When Colin Kaepernick emerged from silence earlier this offseason and mounted what looked like another campaign for a shot at a comeback, eyebrows raised around the NFL. Talent evaluators and coaches – even those once sympathetic to the exiled quarterback’s plight – questioned the timing.
Why, after more than five years away from the game and nearly three years after balking at the Roger Goodell facilitated tryout, was Kaepernick, now 34, talking comeback again, they wondered. Legitimate longing for a return? Publicity stunt with his latest book set to release?
Kaepernick had deviated from his typical operate-in-silence approach, given a handful of interviews and directed a pointed message at NFL teams.
“I can help make you better,” he said. “I can help you win games.”
The message remained consistent with the stance he had maintained ever since going unsigned in 2017 and getting passed over every offseason since. But not only were there questions of the legitimacy of his desire to play football, and not just remind the world of his iconic and sacrificial stance against racial and social injustices. The other question involved whether anyone who really mattered – anyone with signing power – was truly listening.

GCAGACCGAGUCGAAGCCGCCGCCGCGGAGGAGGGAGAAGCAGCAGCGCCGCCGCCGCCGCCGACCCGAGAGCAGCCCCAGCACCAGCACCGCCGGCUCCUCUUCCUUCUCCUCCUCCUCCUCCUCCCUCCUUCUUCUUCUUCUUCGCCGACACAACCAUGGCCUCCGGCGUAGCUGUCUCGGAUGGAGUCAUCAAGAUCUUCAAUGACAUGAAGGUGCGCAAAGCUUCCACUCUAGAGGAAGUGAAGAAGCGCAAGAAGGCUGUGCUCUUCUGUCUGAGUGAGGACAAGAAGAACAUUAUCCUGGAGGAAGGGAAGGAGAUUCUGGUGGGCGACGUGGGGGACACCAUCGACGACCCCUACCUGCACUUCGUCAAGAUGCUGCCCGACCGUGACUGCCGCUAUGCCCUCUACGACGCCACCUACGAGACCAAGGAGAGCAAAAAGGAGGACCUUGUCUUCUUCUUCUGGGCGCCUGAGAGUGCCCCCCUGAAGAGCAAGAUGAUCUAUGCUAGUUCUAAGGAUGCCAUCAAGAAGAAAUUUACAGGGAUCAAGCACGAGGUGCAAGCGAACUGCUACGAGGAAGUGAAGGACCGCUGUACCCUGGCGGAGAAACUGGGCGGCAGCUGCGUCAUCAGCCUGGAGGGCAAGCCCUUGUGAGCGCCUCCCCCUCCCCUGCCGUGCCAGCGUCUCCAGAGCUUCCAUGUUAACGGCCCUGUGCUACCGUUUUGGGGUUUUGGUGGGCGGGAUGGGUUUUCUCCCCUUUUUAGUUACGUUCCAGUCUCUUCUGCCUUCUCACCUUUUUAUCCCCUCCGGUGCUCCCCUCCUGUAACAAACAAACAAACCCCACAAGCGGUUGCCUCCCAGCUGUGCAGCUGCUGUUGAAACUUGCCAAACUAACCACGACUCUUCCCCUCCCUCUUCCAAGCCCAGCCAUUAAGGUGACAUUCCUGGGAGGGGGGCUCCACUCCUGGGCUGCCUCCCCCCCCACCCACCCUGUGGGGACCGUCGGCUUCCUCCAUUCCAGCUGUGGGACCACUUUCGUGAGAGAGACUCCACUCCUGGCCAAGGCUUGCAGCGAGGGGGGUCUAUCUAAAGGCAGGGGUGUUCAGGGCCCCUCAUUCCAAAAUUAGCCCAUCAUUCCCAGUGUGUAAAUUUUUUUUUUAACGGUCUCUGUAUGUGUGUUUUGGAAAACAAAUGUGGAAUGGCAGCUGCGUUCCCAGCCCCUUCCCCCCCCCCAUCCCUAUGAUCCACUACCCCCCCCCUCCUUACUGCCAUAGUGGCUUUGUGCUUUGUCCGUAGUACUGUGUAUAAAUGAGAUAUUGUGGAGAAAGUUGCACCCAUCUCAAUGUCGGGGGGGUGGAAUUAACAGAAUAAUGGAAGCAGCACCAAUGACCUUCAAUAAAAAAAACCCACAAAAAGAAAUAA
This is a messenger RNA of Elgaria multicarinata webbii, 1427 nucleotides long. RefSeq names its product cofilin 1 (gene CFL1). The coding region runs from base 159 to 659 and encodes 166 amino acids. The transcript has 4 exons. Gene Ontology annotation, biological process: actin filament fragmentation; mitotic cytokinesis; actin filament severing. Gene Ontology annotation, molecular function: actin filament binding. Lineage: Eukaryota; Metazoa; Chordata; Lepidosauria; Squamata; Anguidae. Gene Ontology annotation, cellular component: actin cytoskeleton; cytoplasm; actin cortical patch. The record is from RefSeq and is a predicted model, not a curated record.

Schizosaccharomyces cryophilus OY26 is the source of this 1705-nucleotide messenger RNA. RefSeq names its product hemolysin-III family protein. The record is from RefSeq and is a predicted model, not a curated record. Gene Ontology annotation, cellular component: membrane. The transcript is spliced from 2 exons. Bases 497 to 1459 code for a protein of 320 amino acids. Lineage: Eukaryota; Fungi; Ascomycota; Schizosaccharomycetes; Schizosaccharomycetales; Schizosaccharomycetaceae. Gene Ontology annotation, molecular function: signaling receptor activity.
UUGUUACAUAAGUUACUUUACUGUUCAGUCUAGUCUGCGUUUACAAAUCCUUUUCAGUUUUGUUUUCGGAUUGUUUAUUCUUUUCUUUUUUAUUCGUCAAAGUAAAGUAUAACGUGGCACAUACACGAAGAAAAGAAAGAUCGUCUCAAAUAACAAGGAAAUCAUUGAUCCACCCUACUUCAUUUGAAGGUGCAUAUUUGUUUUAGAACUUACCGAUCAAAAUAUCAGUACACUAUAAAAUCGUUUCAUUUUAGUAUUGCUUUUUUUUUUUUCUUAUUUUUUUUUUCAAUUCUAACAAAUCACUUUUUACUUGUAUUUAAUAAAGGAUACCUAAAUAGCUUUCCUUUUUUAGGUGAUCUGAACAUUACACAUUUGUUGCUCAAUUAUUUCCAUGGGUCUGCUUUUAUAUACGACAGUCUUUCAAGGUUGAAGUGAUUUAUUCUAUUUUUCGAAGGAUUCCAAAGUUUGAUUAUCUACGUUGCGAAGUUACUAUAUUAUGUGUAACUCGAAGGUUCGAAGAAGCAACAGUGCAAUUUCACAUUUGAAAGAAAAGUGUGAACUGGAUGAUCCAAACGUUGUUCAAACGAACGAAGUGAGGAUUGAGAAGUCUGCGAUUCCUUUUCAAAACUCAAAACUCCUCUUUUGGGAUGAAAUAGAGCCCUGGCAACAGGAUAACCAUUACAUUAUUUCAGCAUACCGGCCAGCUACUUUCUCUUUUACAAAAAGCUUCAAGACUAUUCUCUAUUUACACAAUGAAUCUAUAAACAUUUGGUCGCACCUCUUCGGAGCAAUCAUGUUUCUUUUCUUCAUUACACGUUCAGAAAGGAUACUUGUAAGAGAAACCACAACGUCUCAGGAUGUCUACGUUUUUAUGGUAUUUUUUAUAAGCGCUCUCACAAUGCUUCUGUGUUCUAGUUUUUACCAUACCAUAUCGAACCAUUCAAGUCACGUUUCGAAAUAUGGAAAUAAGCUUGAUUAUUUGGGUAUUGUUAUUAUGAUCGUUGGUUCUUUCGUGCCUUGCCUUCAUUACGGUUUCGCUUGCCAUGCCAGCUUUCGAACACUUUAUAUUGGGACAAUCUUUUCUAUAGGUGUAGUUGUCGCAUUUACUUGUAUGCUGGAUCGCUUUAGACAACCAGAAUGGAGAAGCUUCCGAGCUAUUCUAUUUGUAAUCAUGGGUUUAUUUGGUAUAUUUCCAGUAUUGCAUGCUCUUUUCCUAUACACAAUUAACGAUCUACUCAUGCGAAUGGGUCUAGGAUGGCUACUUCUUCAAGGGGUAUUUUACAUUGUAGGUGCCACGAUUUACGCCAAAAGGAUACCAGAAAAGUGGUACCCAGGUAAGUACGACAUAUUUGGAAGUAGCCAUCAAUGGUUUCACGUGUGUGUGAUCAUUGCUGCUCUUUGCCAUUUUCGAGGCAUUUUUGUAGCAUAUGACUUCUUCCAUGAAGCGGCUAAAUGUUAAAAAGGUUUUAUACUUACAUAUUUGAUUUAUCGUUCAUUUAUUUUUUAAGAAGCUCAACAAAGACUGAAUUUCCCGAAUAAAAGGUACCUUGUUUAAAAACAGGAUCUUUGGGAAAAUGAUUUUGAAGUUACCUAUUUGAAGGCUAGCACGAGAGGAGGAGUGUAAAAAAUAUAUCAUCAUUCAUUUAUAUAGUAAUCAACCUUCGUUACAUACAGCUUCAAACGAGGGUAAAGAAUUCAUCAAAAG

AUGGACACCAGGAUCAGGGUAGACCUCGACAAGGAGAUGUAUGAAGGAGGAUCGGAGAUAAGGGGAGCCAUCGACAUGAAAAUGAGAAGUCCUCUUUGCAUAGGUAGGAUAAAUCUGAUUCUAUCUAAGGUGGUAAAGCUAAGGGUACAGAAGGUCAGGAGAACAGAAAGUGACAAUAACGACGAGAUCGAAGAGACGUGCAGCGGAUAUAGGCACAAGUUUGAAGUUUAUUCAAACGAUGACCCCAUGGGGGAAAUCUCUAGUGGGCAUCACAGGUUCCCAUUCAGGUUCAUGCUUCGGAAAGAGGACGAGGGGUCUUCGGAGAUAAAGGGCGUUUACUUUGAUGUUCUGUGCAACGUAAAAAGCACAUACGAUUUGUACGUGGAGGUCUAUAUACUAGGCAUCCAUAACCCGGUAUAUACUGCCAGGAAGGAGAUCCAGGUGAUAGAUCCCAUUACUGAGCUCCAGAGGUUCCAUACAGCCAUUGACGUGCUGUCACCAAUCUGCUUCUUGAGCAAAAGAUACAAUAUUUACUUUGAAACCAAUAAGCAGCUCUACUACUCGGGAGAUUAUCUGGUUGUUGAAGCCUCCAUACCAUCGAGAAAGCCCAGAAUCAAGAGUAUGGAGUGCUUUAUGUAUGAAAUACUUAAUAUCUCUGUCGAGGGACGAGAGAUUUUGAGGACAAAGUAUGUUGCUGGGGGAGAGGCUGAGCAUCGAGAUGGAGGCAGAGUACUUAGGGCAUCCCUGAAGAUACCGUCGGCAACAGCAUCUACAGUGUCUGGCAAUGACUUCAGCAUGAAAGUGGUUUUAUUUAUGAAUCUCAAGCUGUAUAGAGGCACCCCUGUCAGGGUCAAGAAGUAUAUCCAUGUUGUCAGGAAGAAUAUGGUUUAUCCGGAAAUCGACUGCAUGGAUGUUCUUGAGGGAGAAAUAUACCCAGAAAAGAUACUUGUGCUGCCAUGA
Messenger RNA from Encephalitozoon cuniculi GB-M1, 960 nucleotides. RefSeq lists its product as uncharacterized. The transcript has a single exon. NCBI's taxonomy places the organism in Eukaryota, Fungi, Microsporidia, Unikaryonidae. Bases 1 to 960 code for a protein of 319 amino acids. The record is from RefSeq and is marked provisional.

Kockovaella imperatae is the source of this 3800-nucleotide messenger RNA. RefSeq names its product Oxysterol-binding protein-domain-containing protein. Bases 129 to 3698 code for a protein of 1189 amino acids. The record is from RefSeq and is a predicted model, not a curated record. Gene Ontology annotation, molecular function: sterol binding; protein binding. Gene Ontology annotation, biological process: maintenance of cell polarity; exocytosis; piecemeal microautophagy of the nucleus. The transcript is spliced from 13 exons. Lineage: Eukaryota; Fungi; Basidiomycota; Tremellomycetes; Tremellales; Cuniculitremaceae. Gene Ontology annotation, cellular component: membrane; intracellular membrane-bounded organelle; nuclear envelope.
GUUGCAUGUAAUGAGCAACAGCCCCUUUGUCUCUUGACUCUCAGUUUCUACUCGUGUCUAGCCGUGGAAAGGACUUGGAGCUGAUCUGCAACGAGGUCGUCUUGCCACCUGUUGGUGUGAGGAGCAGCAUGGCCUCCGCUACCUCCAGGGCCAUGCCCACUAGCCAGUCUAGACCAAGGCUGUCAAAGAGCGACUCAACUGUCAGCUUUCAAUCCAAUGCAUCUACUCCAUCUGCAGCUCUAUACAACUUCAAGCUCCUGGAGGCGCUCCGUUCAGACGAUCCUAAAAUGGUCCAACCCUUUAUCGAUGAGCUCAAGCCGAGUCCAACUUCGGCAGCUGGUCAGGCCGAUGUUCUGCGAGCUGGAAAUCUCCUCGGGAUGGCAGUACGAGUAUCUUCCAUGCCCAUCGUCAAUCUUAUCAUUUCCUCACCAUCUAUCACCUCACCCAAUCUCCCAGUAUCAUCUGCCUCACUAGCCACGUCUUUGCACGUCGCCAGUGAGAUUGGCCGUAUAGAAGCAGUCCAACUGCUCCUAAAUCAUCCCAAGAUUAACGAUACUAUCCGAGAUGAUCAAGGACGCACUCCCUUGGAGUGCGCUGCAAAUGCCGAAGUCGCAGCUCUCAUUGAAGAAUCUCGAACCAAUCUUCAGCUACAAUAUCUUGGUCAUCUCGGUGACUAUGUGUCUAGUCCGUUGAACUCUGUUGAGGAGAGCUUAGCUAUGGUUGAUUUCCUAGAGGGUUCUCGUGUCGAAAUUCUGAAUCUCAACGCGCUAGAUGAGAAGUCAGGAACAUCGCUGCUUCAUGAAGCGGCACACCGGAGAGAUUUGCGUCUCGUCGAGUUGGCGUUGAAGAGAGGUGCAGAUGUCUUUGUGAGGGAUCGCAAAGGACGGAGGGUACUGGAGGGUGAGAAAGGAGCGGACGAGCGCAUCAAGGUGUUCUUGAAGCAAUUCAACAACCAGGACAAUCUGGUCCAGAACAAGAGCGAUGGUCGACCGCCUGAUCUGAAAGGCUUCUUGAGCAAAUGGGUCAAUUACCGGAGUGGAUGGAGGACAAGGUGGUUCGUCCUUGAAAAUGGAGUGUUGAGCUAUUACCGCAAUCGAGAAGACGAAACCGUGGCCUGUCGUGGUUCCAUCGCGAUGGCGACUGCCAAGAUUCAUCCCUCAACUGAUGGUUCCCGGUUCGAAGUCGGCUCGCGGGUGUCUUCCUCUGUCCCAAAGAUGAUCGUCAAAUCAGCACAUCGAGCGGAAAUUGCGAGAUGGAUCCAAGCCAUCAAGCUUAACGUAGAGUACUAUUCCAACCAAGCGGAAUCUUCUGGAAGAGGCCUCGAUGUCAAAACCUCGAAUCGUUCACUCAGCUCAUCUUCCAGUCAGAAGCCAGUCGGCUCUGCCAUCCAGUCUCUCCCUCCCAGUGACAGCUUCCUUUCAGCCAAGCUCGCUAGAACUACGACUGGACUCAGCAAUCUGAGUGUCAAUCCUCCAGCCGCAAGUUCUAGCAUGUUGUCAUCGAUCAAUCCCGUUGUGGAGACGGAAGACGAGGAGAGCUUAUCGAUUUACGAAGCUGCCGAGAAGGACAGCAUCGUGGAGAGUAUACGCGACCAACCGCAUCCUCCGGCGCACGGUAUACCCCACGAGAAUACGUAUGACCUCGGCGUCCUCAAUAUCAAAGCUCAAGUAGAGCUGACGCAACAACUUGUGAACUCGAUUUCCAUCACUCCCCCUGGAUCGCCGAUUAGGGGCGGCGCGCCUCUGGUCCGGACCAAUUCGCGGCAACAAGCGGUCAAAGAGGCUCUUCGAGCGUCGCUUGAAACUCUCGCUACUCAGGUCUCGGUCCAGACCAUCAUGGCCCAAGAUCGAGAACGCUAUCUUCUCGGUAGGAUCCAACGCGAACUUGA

Now, just less than two months later, it appears someone was as the Las Vegas Raiders on Wednesday brought Kaepernick in for a workout – his first since he became a free agent in 2017, and his first since NFL owners colluded against the quarterback because his peaceful protest of kneeling during the national anthem angered some fans and then-president Donald Trump and threatened their earning potential.
We can debate the legitimacy of intentions behind Goodell’s 2019 showcase, where scouts from all 32 teams were supposed to attend only for Kap to back out believing the waiver he signed was designed to help the NFL avoid litigation for black-listing him.
But this opportunity seemingly passes the smell test because of who and when it’s taking place.
The Raiders are a team owned by Mark Davis, who is on record saying that if his coaches and general manager wanted Kaepernick, he would “welcome him.” Davis is a man, whose father was always known for going against the grain and doing whatever it took to position his team for success.
Davis also owns a team whose quarterback position does not rank among the strongest in the NFL.
Yes, the Raiders have a starter in Derek Carr, who this offseason signed a three-year, $121.5-million extension. But to describe Las Vegas’ depth chart of Nick Mullens, Jarrett Stidham and Chase Garbers as shaky would be generous.
The Raiders have invested heavily in fortifying new head coach Josh McDaniels’ roster at just about every key position – except for quarterback.
Team officials believe they have a roster worthy of a deep playoff run. But one awful blow to Carr would destroy all of those efforts. Smart general managers understand that it often takes two legitimate quarterbacks to contend in this league, and none of the three backups fall in that category.